How to Play Stud Poker

Once the most dominant form of poker in the world, Stud Poker has taken a backseat to games like No Limit Hold'em and Pot Limit Omaha over the last couple of decades.  While no longer the king of poker, Stud remains a relatively popular format that is experiencing a small resurgence thanks to high-profile events at the World Series of Poker and a renewed interested in mixed games, where many standard rotations include some form of stud.

With dozens of variants, it's impossible to cover the rules for all Stud Poker games in a single article.  Instead, we're going to break down the fundamental components of typical stud games and talk about how such games differ from formats like NLHE and PLO.

Stud Poker: Key Terms

  1. Streets:  The different betting rounds of stud poker (and the cards dealt during these rounds) are often referred to as "streets," with a number that corresponds to the number of cards dealt to that point.
  2. Bring-in: A small forced bet during the first betting round paid by one player. 
  3. Ante: Small forced bets paid by all players prior to the start of the hand.  There are generally no blinds in Stud Poker, so the bring-in and ante can be thought of as accomplishing the same goal: Putting some money in the pot before play begins.
  4. Down cards / Up cards: Cards in your hand that are either hidden from view (down) or face-up for all players to see.

Stud Poker: Basic Gameplay

As opposed to games like NLHE and PLO, there are no shared, or "community," cards in Stud Poker games.  While gameplay varies by variant, the basic structure of a stud game is for players to receive a mix of down cards (viewable only to them) and up cards (viewable by all players).  Rounds of betting accompany the dealing of additional cards, and players win either by betting and forcing all opponents to fold or by making the best five card hand from their available cards when all betting is concluded.

Betting in stud games can be limit, no limit or pot limit; the majority of stud games are traditionally played with a limit betting structure, but there are several stud-based games that use no-limit betting structures.

Stud Poker: Understanding Hi / Lo Formats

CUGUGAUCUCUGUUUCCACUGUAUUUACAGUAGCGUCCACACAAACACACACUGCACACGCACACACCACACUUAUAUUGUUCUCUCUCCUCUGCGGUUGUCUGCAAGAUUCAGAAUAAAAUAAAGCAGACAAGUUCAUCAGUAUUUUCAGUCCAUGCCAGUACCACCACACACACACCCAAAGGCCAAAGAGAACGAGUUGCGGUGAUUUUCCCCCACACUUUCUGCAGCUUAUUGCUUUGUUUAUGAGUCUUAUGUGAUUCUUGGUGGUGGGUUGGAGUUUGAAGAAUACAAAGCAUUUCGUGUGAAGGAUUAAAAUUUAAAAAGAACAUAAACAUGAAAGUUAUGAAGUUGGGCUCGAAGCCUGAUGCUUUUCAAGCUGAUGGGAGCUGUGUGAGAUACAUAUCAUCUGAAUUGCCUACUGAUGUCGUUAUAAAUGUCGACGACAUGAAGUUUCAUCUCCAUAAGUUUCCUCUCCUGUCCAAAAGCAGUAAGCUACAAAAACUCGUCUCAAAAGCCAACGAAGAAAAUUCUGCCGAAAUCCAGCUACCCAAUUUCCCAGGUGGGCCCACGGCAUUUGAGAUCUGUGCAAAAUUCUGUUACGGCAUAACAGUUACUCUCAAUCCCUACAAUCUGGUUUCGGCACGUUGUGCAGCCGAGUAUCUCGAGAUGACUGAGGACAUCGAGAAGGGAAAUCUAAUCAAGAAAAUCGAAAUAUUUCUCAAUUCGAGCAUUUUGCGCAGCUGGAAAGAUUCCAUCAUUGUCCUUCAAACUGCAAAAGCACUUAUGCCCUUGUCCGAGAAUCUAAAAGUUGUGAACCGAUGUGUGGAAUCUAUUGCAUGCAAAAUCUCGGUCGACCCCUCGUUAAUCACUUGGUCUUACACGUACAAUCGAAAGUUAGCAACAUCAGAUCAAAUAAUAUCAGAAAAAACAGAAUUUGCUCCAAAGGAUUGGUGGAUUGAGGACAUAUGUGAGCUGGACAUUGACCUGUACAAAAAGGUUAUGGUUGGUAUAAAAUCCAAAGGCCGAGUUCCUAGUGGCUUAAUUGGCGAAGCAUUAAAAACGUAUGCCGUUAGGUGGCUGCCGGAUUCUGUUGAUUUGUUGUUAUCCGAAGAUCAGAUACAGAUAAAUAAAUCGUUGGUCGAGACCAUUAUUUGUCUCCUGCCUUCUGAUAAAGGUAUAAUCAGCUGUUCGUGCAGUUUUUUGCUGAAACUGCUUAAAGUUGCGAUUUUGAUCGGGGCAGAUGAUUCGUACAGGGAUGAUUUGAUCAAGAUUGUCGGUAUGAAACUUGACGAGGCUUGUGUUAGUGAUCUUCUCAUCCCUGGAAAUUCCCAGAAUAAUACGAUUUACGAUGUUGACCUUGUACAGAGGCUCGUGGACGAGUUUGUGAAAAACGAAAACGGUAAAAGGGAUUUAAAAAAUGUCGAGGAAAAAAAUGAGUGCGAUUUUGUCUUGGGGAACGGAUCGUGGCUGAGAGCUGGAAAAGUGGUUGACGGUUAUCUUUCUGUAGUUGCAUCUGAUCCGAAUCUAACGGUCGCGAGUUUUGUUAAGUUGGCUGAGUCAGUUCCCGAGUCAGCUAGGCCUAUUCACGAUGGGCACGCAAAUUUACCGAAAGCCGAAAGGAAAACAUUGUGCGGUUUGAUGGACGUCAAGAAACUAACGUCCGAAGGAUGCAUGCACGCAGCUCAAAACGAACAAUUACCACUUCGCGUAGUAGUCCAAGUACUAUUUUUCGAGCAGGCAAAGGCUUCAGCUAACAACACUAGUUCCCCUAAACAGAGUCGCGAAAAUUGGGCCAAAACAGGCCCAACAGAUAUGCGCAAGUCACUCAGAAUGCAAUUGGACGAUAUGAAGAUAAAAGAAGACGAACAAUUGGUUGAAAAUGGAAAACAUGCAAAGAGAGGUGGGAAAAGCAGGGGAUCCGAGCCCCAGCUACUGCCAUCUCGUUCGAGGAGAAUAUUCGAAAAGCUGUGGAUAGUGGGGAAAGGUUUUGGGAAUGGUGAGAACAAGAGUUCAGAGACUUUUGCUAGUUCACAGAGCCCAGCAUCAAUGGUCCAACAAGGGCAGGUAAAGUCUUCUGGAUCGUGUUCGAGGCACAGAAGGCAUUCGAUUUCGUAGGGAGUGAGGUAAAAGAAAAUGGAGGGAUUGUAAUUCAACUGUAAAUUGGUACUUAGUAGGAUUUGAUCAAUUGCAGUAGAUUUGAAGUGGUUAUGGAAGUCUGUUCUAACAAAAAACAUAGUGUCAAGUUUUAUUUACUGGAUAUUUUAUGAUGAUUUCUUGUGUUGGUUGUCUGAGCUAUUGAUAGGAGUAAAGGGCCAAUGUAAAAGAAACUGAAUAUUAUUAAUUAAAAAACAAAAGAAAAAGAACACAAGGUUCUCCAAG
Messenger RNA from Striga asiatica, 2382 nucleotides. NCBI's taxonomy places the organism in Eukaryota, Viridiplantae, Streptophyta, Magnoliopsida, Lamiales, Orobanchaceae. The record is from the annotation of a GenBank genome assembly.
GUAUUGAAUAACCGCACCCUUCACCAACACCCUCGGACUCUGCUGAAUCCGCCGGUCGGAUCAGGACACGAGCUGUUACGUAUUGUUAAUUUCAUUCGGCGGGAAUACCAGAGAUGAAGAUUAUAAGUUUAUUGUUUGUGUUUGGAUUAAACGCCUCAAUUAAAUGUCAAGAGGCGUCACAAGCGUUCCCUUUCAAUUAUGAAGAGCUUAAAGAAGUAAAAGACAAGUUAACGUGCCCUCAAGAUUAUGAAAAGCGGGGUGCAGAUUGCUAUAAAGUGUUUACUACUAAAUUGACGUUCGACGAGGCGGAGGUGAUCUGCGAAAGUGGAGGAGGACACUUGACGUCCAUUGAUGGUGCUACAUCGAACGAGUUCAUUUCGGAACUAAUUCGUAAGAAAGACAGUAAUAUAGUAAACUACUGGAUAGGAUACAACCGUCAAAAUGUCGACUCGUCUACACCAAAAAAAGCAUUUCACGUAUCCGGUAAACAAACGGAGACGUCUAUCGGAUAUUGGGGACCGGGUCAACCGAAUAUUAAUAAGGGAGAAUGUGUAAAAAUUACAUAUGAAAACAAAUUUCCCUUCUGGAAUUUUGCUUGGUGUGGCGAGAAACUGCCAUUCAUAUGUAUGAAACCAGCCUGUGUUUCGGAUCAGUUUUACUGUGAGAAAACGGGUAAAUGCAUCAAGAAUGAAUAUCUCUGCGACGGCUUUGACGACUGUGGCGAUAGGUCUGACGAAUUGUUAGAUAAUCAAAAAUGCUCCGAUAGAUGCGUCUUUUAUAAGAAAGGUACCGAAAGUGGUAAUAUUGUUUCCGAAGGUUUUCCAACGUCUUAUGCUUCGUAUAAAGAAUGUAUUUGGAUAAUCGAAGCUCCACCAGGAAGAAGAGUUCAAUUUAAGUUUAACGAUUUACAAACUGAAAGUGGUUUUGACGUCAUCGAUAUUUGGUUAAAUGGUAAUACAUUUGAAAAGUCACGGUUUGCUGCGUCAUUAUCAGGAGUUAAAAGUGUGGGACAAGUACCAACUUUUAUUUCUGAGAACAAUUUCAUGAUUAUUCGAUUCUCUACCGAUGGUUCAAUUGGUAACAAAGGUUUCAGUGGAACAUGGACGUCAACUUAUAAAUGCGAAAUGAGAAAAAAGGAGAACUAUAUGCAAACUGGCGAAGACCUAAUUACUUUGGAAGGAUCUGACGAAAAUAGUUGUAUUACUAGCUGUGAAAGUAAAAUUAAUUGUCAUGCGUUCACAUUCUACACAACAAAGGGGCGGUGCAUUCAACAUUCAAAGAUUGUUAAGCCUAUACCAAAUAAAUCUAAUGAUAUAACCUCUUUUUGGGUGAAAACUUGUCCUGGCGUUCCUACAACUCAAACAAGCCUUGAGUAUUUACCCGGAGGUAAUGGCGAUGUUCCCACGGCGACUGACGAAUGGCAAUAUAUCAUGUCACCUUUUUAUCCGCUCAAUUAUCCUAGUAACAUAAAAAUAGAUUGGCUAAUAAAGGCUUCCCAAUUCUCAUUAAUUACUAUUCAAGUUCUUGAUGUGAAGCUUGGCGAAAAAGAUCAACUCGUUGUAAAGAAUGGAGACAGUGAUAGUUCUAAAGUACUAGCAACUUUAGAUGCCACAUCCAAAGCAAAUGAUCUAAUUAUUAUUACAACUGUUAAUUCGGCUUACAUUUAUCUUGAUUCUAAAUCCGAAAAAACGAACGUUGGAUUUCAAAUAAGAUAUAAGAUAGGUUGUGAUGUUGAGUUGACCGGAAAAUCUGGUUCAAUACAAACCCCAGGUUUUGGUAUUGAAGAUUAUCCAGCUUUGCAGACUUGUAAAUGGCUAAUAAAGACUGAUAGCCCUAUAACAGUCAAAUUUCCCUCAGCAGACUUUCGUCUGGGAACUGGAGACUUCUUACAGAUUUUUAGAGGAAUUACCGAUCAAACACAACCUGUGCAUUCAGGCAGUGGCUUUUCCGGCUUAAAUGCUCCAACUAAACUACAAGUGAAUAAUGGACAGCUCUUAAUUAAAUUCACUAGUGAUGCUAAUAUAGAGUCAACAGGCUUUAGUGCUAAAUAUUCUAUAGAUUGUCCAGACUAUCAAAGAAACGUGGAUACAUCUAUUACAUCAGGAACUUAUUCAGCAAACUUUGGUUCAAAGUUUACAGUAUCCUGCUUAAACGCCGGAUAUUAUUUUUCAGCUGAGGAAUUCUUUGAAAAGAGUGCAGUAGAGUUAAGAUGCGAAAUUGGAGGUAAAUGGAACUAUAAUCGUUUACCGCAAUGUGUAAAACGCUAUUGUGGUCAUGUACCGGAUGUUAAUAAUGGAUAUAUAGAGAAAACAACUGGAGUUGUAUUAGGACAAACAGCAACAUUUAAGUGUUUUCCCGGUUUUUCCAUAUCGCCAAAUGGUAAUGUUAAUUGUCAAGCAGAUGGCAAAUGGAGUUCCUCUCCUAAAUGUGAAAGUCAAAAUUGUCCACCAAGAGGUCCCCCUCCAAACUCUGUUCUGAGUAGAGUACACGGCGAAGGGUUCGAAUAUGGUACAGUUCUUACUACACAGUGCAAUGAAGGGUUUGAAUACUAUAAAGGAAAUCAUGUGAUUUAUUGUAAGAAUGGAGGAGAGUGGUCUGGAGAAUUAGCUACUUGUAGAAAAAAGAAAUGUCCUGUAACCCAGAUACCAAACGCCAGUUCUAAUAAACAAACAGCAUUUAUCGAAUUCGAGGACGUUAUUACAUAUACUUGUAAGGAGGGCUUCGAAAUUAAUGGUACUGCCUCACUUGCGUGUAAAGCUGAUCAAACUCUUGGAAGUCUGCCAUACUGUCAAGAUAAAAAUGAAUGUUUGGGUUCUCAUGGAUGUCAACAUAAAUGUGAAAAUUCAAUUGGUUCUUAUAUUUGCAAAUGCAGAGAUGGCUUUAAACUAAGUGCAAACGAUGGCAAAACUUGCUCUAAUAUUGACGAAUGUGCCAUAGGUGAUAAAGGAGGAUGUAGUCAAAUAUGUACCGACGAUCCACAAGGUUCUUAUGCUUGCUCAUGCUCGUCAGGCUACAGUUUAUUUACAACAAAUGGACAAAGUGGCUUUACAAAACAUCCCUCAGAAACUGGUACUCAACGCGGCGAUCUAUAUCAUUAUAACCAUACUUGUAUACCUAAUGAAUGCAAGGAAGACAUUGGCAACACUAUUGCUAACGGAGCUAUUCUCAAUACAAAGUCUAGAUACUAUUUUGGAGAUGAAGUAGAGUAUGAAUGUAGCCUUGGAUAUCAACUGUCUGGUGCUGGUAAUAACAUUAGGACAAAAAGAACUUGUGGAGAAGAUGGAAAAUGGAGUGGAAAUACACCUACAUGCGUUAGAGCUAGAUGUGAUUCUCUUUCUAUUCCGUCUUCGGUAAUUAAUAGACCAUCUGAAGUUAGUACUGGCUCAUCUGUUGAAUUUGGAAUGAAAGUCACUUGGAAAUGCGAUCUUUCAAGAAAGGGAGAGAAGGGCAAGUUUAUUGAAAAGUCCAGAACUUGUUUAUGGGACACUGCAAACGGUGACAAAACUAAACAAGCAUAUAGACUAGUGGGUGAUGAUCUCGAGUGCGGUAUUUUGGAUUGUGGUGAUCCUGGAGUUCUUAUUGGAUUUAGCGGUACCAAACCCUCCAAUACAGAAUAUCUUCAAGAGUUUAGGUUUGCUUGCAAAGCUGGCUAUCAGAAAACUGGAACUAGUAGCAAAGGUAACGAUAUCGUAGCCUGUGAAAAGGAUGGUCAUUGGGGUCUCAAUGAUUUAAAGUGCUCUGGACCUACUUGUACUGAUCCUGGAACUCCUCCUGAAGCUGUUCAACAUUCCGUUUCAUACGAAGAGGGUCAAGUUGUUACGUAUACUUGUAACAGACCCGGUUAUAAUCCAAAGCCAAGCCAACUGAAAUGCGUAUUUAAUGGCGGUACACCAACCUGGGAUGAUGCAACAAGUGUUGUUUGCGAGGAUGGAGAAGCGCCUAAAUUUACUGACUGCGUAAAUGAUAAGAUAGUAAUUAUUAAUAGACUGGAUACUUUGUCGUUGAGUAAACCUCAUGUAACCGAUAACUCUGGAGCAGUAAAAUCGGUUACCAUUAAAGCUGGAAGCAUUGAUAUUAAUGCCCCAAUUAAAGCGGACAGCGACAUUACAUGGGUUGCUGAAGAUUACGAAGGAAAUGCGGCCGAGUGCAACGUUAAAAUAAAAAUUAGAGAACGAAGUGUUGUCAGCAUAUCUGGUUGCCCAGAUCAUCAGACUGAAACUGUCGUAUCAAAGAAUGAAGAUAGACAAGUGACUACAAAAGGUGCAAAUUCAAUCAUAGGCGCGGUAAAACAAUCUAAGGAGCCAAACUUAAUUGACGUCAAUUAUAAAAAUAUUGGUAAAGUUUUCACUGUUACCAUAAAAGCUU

While Stud Poker isn't the only game to have hi / lo variants, the majority of such variants do end up being stud-based.  Understanding how hi / lo works can be a bit of a confounding process for the new player, but it's actually a fairly simple thing when you break it down.

In a hi / lo stud game, you're basically competing for one of two potential pots: A pot awarded to the best hand at showdown, and a pot awarded to the worst hand.  In the simplest version of such a game, the pot would be split in half between the best and worst hands.  In actual gameplay, things get trickier; a person can hold both the best and worst hand, as you can usually use different combinations of your cards to make each hand, and win the whole pot.  Or, two people could have the same low hand and a different player could hold the best hand, meaning the two tied players would get only a quarter of the pot each, with the remaining half going to the player with the high hand.

Throwing another wrench into the works:  Many hi / lo games have a "qualifying" threshold for low hands.  In Stud Eight or Better, for example, the low hand must be no better than an eight-high five card hand.  If no players hold a qualifying hand at showdown, then there is no "low" pot and the player with the best hand wins the entire pot.

Stud may be a classic game, but that doesn't mean it shouldn't be part of your repertoire as a modern poker player.  Not all online poker rooms offer stud, so use our guides to quickly locate the best sites for Stud Poker play.